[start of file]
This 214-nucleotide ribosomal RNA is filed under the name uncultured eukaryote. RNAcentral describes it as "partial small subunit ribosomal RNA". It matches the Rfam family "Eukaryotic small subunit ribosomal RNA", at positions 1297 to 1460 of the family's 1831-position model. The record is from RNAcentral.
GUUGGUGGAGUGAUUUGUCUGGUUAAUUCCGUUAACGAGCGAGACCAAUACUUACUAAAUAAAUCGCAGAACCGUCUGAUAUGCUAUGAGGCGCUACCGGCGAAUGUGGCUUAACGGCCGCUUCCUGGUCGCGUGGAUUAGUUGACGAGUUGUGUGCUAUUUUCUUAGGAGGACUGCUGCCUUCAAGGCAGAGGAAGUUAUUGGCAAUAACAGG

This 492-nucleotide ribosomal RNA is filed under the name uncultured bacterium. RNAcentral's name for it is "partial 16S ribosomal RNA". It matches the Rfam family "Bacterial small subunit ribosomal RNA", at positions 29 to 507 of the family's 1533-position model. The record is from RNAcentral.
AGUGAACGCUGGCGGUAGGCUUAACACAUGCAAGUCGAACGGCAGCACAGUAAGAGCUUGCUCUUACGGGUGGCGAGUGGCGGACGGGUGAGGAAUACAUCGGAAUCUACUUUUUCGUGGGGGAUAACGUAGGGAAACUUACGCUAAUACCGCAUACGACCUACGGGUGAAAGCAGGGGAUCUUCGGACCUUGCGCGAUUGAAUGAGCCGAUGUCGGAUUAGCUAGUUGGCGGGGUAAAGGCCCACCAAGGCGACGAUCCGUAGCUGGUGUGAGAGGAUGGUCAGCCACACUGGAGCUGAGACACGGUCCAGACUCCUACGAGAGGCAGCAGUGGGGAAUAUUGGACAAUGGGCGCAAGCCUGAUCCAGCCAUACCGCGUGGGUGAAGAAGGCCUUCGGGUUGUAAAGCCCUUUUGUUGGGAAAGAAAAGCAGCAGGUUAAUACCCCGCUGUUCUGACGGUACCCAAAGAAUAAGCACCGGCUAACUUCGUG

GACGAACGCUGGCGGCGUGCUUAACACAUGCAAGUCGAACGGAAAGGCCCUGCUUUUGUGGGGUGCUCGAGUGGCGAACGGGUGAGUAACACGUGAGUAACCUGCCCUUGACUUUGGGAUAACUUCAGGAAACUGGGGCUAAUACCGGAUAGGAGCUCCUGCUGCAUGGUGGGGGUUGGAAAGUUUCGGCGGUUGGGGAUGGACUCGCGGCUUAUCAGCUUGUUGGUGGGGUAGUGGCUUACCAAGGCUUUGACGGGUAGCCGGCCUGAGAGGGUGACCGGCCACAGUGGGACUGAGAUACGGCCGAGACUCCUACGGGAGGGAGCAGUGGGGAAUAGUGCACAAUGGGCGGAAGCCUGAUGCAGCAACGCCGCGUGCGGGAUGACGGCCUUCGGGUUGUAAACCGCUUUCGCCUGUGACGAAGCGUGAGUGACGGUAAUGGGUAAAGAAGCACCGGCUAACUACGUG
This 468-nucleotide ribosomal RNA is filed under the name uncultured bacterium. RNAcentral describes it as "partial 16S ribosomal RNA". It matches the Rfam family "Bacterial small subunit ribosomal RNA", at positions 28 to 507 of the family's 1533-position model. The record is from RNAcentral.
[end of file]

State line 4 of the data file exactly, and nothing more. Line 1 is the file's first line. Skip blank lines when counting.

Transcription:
AGUGAACGCUGGCGGUAGGCUUAACACAUGCAAGUCGAACGGCAGCACAGUAAGAGCUUGCUCUUACGGGUGGCGAGUGGCGGACGGGUGAGGAAUACAUCGGAAUCUACUUUUUCGUGGGGGAUAACGUAGGGAAACUUACGCUAAUACCGCAUACGACCUACGGGUGAAAGCAGGGGAUCUUCGGACCUUGCGCGAUUGAAUGAGCCGAUGUCGGAUUAGCUAGUUGGCGGGGUAAAGGCCCACCAAGGCGACGAUCCGUAGCUGGUGUGAGAGGAUGGUCAGCCACACUGGAGCUGAGACACGGUCCAGACUCCUACGAGAGGCAGCAGUGGGGAAUAUUGGACAAUGGGCGCAAGCCUGAUCCAGCCAUACCGCGUGGGUGAAGAAGGCCUUCGGGUUGUAAAGCCCUUUUGUUGGGAAAGAAAAGCAGCAGGUUAAUACCCCGCUGUUCUGACGGUACCCAAAGAAUAAGCACCGGCUAACUUCGUG